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Fields & Applications Spectroscopy

Confessions of the Last French Queen

It’s the height of the French Revolution. You, the wife of King Louis XVI, are currently under house arrest and desperate to speak with your (rumored) Swedish lover – Count Axel von Fersen. You decide to write to him again, risking a tender phrase: “You that I love and will love until…”  

Years later, this sentence – among many other affectionate words and passages – would be scribbled out by an unidentified censor. But this is just one example of the many secret letters the pair would send between 1791-1792. In total, over 50 have been kept in the French National Archives – 15 of them with heavy redactions. The key challenge? The fact that a similar dark ink has been used to either cross out or cover sections with looping letters; many other analytical techniques simply failed to distinguish the inks and produce readable text. But now, after more than 200 years, we are finally getting to the bottom of the story – all thanks to advanced X-ray fluorescence (XRF) spectroscopy. 

Specifically, Anne Michelin and her team from the Centre de Recherche sur la Conservation were aided by the development of more accessible mobile systems for XRF analysis – like the Bruker M6 Jetstream XRF scanner used in this study.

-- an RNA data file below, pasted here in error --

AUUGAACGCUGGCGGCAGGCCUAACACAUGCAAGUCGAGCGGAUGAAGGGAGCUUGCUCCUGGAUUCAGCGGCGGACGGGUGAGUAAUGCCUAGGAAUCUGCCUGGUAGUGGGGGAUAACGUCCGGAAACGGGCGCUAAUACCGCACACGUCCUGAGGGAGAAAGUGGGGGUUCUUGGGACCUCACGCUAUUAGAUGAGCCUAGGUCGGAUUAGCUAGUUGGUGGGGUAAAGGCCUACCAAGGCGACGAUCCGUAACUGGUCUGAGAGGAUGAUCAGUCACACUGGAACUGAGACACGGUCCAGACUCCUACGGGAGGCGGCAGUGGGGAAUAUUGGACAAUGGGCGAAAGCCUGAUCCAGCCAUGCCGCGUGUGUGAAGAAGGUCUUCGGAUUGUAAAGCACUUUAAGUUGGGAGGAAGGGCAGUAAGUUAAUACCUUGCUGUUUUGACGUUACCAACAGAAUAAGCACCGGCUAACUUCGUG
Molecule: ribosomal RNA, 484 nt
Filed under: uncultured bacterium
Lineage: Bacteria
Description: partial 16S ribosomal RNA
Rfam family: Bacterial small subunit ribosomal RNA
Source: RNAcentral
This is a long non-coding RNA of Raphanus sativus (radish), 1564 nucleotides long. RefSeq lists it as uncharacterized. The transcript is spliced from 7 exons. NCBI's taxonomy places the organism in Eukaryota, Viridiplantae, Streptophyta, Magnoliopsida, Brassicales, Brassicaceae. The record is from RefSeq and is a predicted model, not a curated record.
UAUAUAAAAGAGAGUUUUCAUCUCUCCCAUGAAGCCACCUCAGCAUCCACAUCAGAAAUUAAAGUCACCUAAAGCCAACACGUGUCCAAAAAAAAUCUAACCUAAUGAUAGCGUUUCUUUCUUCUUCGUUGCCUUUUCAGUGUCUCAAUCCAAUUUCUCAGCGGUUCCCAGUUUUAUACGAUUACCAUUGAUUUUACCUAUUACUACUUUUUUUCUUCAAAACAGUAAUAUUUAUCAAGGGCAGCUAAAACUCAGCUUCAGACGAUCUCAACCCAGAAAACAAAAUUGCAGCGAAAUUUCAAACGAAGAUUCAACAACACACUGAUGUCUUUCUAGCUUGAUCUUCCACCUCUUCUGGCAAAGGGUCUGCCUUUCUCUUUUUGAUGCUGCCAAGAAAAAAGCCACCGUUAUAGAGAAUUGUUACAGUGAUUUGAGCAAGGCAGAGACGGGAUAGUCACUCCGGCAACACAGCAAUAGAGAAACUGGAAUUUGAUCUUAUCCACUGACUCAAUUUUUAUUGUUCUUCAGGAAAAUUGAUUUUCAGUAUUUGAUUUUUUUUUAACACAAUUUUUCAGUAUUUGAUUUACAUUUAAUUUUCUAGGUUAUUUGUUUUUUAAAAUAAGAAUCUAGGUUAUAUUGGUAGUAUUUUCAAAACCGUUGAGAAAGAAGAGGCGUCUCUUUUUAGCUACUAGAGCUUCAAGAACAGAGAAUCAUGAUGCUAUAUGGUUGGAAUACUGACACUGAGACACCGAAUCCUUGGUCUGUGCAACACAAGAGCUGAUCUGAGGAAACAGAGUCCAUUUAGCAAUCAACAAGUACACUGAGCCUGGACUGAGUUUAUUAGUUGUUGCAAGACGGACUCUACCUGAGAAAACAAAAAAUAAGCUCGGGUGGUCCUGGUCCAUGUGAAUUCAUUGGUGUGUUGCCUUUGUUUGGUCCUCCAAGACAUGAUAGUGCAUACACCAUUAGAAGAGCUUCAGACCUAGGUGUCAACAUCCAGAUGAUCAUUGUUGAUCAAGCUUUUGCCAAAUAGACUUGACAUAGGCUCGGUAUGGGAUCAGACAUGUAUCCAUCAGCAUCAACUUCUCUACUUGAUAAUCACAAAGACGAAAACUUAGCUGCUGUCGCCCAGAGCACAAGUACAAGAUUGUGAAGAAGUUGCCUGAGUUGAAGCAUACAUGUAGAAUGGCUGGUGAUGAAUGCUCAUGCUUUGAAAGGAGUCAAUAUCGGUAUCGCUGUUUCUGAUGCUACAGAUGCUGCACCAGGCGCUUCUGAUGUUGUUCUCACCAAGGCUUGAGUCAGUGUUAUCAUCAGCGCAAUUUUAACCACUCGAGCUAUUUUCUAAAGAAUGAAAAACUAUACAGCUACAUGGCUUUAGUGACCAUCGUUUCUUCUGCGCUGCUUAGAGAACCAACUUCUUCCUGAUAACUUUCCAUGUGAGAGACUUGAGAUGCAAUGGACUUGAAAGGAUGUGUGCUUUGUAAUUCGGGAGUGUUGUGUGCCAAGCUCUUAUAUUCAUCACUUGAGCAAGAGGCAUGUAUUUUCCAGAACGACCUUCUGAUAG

XRF was used to analyze the composition of both the original and censoring ink and create a map of the different elements present. Data processing tools were then used to compare and contrast, increasing the legibility of the writing. 

Among the discoveries, which included such intimate language as “madly,” “beloved,” “adore,” and “tender friend,” the team uncovered evidence that it was von Fersen himself who tried to keep the true meaning of the letters hidden. Previously, historians had surmised that it was a great-nephew who had censored the texts to protect the family’s reputation...

So far, eight of the redacted letters have been successfully analyzed – and we will have to wait a while longer to see what the other seven say. But there is no denying that such an analytical approach could have a significant impact on future cultural heritage studies. 

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  1. A Michelin, F Pottier and Christine Andraud, Sci Adv, 7 (2021). DOI: 10.1126/sciadv.abg4266
About the Author
Lauren Robertson

By the time I finished my degree in Microbiology I had come to one conclusion – I did not want to work in a lab. Instead, I decided to move to the south of Spain to teach English. After two brilliant years, I realized that I missed science, and what I really enjoyed was communicating scientific ideas – whether that be to four-year-olds or mature professionals. On returning to England I landed a role in science writing and found it combined my passions perfectly. Now at Texere, I get to hone these skills every day by writing about the latest research in an exciting, creative way.

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